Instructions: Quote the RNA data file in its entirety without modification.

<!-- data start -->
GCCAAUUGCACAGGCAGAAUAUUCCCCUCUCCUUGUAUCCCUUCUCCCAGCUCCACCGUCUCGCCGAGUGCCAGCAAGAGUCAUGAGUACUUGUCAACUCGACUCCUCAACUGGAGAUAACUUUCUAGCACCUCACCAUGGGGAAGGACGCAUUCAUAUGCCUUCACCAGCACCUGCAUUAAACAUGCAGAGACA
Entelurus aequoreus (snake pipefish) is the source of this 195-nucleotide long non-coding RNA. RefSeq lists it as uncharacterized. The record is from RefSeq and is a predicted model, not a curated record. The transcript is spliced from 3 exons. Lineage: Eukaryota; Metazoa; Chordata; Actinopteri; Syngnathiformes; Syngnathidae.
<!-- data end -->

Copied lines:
GCCAAUUGCACAGGCAGAAUAUUCCCCUCUCCUUGUAUCCCUUCUCCCAGCUCCACCGUCUCGCCGAGUGCCAGCAAGAGUCAUGAGUACUUGUCAACUCGACUCCUCAACUGGAGAUAACUUUCUAGCACCUCACCAUGGGGAAGGACGCAUUCAUAUGCCUUCACCAGCACCUGCAUUAAACAUGCAGAGACA
Entelurus aequoreus (snake pipefish) is the source of this 195-nucleotide long non-coding RNA. RefSeq lists it as uncharacterized. The record is from RefSeq and is a predicted model, not a curated record. The transcript is spliced from 3 exons. Lineage: Eukaryota; Metazoa; Chordata; Actinopteri; Syngnathiformes; Syngnathidae.